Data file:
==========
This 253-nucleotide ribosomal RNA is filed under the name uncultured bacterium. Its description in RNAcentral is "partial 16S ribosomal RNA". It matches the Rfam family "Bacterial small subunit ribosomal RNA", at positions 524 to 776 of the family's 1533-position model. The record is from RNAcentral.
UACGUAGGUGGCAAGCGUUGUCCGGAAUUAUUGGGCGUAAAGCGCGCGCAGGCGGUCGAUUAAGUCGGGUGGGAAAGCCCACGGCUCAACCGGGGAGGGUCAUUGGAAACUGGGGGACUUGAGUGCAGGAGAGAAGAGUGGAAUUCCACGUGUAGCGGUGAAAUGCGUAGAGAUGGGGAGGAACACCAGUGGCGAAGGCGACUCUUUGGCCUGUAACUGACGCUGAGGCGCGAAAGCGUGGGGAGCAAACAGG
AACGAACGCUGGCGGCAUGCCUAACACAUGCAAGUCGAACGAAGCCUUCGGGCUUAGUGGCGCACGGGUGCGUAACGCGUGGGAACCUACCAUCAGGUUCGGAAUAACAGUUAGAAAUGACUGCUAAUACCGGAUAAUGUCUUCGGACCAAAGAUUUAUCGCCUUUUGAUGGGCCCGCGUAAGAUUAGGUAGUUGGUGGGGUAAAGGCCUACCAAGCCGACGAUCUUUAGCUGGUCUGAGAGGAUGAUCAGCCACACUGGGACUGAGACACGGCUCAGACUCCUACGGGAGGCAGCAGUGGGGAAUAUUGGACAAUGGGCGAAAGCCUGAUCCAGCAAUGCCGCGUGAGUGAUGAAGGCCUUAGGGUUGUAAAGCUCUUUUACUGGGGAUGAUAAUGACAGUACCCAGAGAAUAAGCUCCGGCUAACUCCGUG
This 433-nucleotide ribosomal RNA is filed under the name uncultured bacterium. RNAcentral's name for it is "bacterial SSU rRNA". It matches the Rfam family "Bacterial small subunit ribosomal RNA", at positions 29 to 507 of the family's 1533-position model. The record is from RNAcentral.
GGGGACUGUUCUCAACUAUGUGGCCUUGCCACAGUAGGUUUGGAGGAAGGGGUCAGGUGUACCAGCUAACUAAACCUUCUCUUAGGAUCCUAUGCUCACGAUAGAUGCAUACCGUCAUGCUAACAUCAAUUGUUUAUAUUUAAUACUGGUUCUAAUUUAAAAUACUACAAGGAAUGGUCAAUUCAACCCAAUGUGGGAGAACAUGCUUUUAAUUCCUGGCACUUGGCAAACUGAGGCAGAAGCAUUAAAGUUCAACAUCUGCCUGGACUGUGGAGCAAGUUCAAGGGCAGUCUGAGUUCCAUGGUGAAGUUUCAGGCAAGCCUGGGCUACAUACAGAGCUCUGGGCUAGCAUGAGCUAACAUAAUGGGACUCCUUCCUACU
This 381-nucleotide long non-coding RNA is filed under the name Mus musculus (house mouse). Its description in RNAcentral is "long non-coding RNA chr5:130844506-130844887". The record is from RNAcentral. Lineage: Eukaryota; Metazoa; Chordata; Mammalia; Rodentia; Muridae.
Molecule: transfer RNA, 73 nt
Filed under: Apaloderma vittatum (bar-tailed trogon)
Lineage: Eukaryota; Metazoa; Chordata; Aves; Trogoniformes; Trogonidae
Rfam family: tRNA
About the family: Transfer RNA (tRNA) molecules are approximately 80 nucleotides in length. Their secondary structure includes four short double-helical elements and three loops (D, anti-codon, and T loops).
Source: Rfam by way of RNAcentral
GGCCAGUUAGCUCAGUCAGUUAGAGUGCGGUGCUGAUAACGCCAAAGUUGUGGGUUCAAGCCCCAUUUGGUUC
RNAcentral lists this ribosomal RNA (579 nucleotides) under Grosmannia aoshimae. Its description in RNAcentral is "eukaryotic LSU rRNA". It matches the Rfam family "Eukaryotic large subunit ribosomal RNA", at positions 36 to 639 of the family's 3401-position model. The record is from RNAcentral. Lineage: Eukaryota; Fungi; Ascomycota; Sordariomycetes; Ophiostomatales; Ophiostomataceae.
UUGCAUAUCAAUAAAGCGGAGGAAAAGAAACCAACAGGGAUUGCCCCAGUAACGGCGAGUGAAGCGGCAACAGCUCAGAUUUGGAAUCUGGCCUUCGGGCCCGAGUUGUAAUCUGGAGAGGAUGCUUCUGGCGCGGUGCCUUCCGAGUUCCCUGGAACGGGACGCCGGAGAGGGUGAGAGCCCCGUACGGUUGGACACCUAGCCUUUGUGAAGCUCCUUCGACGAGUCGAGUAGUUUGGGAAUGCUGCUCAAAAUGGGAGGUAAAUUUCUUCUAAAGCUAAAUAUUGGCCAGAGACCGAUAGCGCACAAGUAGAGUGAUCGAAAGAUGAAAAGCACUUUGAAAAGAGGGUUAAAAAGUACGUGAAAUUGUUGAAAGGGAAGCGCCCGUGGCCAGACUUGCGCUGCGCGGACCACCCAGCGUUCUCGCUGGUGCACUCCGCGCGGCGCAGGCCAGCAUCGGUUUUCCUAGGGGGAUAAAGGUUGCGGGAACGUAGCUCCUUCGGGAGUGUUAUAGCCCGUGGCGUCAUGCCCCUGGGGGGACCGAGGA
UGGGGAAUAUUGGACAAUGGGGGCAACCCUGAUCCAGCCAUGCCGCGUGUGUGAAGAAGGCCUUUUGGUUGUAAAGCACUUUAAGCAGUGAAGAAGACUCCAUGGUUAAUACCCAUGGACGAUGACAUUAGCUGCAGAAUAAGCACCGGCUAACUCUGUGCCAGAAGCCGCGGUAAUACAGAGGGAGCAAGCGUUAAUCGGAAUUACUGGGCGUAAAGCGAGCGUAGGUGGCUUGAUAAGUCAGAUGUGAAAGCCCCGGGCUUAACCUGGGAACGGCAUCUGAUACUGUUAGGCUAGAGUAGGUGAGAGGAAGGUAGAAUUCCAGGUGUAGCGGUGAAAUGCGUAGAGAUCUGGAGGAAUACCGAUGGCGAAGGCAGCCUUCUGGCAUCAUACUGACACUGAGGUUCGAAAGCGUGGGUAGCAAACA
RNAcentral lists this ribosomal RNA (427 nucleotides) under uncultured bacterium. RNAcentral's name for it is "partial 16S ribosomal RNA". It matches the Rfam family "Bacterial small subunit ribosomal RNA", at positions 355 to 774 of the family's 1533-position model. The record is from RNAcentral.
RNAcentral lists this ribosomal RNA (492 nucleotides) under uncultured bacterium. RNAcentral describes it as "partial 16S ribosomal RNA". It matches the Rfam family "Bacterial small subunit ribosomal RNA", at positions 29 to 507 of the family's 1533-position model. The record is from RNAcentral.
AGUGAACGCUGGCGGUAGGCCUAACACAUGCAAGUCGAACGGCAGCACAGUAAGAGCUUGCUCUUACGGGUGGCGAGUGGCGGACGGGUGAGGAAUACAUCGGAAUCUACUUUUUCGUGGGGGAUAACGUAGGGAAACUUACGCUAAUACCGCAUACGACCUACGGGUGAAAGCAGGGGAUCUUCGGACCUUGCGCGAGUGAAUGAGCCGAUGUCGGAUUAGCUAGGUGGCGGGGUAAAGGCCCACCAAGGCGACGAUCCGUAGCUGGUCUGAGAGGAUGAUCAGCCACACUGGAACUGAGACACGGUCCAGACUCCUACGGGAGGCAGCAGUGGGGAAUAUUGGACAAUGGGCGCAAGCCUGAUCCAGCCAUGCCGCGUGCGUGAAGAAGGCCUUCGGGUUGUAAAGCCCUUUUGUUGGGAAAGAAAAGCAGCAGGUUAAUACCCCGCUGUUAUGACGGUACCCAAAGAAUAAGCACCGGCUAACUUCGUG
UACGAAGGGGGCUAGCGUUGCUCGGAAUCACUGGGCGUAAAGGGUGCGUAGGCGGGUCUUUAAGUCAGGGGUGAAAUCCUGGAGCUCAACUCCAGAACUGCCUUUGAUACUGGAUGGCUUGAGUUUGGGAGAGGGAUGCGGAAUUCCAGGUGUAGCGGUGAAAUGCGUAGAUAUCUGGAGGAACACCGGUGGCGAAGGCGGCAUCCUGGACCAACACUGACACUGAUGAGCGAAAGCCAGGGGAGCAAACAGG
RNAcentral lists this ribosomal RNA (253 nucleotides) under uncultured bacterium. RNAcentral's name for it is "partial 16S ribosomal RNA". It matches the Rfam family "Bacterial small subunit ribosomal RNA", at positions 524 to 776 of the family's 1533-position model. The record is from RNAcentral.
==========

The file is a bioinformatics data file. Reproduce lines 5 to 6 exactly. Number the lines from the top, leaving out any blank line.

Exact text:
GGGGACUGUUCUCAACUAUGUGGCCUUGCCACAGUAGGUUUGGAGGAAGGGGUCAGGUGUACCAGCUAACUAAACCUUCUCUUAGGAUCCUAUGCUCACGAUAGAUGCAUACCGUCAUGCUAACAUCAAUUGUUUAUAUUUAAUACUGGUUCUAAUUUAAAAUACUACAAGGAAUGGUCAAUUCAACCCAAUGUGGGAGAACAUGCUUUUAAUUCCUGGCACUUGGCAAACUGAGGCAGAAGCAUUAAAGUUCAACAUCUGCCUGGACUGUGGAGCAAGUUCAAGGGCAGUCUGAGUUCCAUGGUGAAGUUUCAGGCAAGCCUGGGCUACAUACAGAGCUCUGGGCUAGCAUGAGCUAACAUAAUGGGACUCCUUCCUACU
This 381-nucleotide long non-coding RNA is filed under the name Mus musculus (house mouse). Its description in RNAcentral is "long non-coding RNA chr5:130844506-130844887". The record is from RNAcentral. Lineage: Eukaryota; Metazoa; Chordata; Mammalia; Rodentia; Muridae.